What are we losing with Mika Vukona’s retirement?

Vukona has announced his retirement from international basketball, a move which signals that his days as a professional basketballer are numbered.

Using sportspeople as personal heroes and role models is a bad idea. No one should do it. It’s dumb.

Mika Vukona is the exception that proves the rule. Basketball fan or not, Mika Vukona is someone worth idolising.

As a Kiwi who was lucky enough to grow up supporting the dynastic Breakers of the 2010s, I speak from personal experience. His return to New Zealand back in 2010 was the driving force behind an uber-talented Breakers team evolving into a group of champions. He added all the intangibles that the Breakers lacked: heart, leadership, tenacity, and a truly unstoppable will to win.

Because of those incredible intangibles, Mika was, and still is, my favourite player of all time. To say that the news of his international retirement turned me into an emotional trainwreck spiralling down a Vukona-related YouTube rabbit hole is an understatement.

Vukona hasn’t officially retired from basketball altogether. He might still pop up in state leagues — he was flying under the radar in the QSL late last year. But as far as high-profile, truly meaningful basketball goes, his retirement from the international scene essentially spells the end of his illustrious professional career.

Any Vukona fan, regardless of nationality, would’ve loved to see Vukona go out on top, in one way or another. But to end his international career as an emergency call up in the middle of a pandemic for a Tall Blacks side only able to bring in Australian-based players not playing in the NBL is... oddly fitting.

It’s an act that is symbolic of the qualities which make him so revered within Oceanic basketball circles. It exemplifies his qualities as both the most loyal possible servant of New Zealand basketball, and the single greatest leader that basketball on this side of the Tasman could possibly ask for — a combination only Mika could possibly stitch together.

Mika didn’t need to play in that game. He’s 38 and had virtually nothing to gain. The game was utterly meaningless. His lengthy career and play style must mean that his body is banged up beyond measure. In essence, he was doing a favour to a team and organisation that have not always done right by him. If I were in his shoes, knowing what he has already given to New Zealand basketball, I would have politely declined.

But Mika isn’t me.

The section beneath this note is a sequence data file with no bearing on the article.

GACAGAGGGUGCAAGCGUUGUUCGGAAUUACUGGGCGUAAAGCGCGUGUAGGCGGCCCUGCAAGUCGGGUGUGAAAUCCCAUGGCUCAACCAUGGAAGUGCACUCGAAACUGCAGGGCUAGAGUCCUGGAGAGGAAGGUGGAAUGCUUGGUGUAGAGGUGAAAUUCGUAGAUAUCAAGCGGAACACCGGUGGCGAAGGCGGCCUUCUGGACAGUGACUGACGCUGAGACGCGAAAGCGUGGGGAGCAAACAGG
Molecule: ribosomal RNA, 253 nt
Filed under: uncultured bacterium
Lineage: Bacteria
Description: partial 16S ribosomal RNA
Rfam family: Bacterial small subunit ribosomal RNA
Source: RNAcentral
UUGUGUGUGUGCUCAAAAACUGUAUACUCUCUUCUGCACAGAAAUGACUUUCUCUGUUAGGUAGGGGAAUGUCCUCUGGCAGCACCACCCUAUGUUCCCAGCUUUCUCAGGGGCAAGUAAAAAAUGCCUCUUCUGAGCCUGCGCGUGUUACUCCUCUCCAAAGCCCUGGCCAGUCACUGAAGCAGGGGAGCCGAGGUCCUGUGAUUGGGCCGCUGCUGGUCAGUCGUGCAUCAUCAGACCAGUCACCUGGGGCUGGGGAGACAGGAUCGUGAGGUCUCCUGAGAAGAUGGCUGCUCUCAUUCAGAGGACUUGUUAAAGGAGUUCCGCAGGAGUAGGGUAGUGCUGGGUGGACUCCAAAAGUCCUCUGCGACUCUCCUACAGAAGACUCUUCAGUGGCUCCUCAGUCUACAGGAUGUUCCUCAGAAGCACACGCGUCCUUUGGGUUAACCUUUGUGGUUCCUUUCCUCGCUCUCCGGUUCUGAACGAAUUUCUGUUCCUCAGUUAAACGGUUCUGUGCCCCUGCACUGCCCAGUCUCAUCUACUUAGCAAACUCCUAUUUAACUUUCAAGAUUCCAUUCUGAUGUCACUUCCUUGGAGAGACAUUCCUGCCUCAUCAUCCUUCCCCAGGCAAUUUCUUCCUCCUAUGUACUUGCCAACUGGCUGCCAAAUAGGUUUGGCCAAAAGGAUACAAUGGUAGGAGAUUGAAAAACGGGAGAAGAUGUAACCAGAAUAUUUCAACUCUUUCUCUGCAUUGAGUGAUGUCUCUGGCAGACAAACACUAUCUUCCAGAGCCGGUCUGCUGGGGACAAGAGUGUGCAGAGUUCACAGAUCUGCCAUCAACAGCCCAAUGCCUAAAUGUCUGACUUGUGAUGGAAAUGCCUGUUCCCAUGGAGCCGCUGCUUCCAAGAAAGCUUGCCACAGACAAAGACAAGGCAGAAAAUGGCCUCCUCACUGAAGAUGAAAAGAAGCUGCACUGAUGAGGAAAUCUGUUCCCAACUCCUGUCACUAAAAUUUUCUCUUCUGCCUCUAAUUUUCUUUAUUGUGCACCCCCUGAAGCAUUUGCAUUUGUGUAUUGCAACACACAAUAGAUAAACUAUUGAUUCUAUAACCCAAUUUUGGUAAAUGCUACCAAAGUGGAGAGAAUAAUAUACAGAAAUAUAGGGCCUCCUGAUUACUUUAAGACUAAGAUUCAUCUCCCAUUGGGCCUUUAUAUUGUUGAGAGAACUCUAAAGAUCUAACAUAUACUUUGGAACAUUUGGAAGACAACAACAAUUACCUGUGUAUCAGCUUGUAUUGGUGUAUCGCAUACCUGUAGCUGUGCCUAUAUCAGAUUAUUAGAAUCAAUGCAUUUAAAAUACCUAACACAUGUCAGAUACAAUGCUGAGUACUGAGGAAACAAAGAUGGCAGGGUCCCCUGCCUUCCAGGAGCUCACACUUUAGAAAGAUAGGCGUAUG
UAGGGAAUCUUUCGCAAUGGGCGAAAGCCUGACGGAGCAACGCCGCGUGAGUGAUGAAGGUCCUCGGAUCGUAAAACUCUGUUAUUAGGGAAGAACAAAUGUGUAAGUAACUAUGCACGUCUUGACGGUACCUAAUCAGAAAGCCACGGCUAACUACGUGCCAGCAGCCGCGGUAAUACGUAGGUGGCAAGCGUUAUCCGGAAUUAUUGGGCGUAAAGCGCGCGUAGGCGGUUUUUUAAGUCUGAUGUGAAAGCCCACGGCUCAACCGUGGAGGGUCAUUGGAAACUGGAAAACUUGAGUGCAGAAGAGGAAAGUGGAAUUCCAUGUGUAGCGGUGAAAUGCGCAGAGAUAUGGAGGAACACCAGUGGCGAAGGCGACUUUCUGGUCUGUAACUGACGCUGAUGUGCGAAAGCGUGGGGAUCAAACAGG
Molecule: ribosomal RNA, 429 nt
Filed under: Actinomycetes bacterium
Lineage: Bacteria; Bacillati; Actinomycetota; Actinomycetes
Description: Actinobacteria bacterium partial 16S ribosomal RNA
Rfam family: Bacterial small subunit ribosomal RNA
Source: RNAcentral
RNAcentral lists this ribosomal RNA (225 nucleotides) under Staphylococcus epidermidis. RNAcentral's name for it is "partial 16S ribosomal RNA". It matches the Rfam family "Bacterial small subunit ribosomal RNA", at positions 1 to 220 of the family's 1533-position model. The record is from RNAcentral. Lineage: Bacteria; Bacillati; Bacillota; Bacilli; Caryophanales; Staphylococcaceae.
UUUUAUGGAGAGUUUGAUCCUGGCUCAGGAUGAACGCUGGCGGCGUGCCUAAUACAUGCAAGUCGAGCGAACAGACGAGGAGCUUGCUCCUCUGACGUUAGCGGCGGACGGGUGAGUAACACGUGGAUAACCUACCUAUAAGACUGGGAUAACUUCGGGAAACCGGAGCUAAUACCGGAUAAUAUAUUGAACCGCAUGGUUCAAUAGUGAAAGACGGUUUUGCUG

Mika has a sense of loyalty and commitment that is second to none. Take what he did just last year with the NZNBL. Instead of staying untroubled at home in Queensland, Vukona decided to play in the NZNBL’s ragtag Showdown for not a lot of money despite having to go through New Zealand’s rigorous two-week quarantine system. He then had to get his appendix removed immediately upon exiting quarantine and, yes, still played. I can only imagine that he did that almost entirely because of his love for the mighty Nelson Giants and desire to see New Zealand basketball prosper.

His commitment and unwavering loyalty is even better represented by his superhuman ability to play through debilitating injuries. Prior to the 2017-18 season, Vukona noted that he hadn’t been fully healthy for the two years before that as he was playing through a hamstring tear. In 2011 he famously played through torn knee ligaments to help the Breakers win a do-or-die game 2 in Perth. In 2019, he asked Andrej Lemanis to allow him to play through a partially torn Achilles so that he could inspire a middling Bullets team in the same way that he did in 2011. 

These acts aren’t performative for Mika. They’re who he is. He knows legitimately no other way.

If you account for his leadership, too, he holds an even higher place in the Oceanic basketball pantheon. Taking Pero Cameron’s offer to play for the Tall Blacks in Cairns showed not only his loyalty to New Zealand basketball, but also how much he cares about nurturing the next generation of Kiwi hoopers.

Given how often he’s done it over the last decade and a half, it’s not like Vukona was obligated to fulfil that leadership role again. Yet, he still sees it as his role to support the next generation. As Cameron noted, “when I asked the question, he just said yes in two seconds. It wasn’t about anything else but leading these ten new guys.” He knows how important it is that youngsters like Ben Gold and Taine Murray are instilled with the right work ethic. He knows how big of an impact his leadership and example can have.

Look no further than Steven Adams for the effect Vukona’s example can have. 

When a bloke who is making close to US$30 million this season goes out of his way to mention you as his biggest inspiration, you know you’re doing something right as a leader.

What’s funny about Vukona, is that if it wasn’t for his legendary loyalty and leadership, we’d remember all of his on-court attributes all the more clearly. In all honesty, it’s a crime that we don’t talk about those on-court gifts more — to use Bill Simmons’ terminology, Vukona was a complete unicorn in his prime.

Prime Vukona was a 6’6’’ point forward who loved throwing one-handed cross-court bullets, contested the boards like his life depended on it, hardly ever shot outside of about 15 feet, and capably defended 1 through 5 without ever being mismatched. By the time he entered his 30s he could barely dunk and still remained a terror all over the court.

Seriously, tell me someone else who fits that description. Point me in the direction of another power forward who could lead a press and snuff out ball-handlers with ease, whilst also doubling as the only guy I would choose to grab a clutch offensive rebound if my life depended on it. Point me in the direction of another player who had as many obvious deficiencies and still managed to be the single most crucial cog of a dynasty.